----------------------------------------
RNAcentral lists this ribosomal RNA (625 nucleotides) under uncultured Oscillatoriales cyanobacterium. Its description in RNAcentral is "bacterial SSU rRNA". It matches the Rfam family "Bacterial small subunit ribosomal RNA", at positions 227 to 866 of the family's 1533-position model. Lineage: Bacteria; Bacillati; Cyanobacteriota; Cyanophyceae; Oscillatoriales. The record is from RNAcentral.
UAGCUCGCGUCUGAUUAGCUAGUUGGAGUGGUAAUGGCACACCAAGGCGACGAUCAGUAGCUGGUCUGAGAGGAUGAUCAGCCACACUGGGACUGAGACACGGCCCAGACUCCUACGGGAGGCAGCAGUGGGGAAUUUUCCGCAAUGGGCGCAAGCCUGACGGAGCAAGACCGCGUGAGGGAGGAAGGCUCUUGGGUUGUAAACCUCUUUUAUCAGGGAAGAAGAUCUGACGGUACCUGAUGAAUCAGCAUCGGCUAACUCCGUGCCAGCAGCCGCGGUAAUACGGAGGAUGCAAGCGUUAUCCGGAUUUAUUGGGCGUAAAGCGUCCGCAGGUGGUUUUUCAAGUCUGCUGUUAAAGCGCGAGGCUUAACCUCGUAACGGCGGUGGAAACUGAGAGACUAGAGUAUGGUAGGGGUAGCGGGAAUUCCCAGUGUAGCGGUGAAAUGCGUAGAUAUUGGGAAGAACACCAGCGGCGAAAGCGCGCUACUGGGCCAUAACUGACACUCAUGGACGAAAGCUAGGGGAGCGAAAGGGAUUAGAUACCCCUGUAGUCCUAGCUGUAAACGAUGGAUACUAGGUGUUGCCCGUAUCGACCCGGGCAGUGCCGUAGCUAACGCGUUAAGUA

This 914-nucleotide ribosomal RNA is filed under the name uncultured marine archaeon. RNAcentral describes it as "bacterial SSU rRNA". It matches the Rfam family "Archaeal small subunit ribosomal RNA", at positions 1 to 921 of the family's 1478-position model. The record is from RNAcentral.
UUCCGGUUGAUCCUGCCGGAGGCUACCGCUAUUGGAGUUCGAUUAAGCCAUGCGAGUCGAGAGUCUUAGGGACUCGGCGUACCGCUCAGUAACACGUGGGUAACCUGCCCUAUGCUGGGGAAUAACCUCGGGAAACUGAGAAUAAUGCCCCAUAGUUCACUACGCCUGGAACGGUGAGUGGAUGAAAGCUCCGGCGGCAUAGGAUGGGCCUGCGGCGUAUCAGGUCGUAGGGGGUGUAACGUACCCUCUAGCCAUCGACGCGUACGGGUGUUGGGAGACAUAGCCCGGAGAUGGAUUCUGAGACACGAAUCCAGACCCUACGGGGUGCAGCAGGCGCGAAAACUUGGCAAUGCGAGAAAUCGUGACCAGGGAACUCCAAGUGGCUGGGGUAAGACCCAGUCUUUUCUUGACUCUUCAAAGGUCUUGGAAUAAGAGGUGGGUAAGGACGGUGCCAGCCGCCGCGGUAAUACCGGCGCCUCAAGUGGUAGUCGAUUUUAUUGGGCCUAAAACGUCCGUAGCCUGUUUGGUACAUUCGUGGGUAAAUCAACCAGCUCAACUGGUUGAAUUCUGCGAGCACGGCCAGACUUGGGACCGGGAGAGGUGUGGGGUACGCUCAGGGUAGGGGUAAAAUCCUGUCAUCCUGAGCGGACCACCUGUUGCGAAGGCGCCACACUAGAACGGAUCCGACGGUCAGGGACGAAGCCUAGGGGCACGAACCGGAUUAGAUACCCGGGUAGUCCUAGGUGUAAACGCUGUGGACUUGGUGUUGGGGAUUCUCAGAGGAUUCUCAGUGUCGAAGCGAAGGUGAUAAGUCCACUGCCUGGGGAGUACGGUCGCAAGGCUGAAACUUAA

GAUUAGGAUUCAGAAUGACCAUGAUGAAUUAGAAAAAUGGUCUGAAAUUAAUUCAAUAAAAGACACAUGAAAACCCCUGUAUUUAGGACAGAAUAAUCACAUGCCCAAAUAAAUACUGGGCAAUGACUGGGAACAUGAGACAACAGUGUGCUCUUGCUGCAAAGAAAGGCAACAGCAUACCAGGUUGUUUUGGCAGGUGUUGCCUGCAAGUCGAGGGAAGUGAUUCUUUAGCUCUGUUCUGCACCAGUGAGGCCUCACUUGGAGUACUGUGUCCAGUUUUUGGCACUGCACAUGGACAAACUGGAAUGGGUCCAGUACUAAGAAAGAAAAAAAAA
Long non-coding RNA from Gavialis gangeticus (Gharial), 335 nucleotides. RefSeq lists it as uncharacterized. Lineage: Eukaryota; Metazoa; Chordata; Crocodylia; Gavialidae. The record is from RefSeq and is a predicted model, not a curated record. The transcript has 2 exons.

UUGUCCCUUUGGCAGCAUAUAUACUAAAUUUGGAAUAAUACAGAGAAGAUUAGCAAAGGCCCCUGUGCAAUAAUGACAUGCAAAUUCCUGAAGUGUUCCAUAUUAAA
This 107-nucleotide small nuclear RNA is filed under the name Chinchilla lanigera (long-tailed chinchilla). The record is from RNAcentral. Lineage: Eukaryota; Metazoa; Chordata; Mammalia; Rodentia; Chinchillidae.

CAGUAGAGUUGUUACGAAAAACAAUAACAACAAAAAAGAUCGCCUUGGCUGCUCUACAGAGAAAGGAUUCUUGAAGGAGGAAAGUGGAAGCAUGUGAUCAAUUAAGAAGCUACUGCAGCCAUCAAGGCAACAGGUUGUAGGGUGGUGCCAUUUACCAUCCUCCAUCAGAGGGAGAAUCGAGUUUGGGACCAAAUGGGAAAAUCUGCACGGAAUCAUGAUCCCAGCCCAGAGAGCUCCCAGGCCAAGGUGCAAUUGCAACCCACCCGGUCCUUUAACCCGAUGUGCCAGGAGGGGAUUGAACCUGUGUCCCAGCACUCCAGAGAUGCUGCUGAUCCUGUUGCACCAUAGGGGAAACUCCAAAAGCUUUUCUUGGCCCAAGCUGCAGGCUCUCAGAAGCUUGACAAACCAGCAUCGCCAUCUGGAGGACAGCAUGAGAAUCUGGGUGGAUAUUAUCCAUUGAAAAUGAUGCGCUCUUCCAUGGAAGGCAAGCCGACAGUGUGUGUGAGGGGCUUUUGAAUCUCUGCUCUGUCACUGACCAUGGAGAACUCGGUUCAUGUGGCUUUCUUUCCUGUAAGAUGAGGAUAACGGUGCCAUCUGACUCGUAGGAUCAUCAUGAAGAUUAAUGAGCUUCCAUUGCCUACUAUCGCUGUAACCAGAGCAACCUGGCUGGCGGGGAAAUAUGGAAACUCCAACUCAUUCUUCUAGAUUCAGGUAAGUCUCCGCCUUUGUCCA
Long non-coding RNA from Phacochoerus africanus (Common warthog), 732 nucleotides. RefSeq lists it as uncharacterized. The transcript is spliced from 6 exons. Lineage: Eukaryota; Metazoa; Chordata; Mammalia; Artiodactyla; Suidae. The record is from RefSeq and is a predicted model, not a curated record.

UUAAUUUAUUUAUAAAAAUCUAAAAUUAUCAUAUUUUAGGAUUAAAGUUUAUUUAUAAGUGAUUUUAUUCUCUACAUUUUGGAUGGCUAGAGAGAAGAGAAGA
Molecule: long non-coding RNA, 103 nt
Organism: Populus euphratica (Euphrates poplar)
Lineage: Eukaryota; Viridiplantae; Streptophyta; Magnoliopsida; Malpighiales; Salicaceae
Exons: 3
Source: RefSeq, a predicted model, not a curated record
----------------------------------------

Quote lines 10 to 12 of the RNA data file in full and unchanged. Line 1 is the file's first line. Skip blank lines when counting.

Long non-coding RNA from Phacochoerus africanus (Common warthog), 732 nucleotides. RefSeq lists it as uncharacterized. The transcript is spliced from 6 exons. Lineage: Eukaryota; Metazoa; Chordata; Mammalia; Artiodactyla; Suidae. The record is from RefSeq and is a predicted model, not a curated record.

UUAAUUUAUUUAUAAAAAUCUAAAAUUAUCAUAUUUUAGGAUUAAAGUUUAUUUAUAAGUGAUUUUAUUCUCUACAUUUUGGAUGGCUAGAGAGAAGAGAAGA
Molecule: long non-coding RNA, 103 nt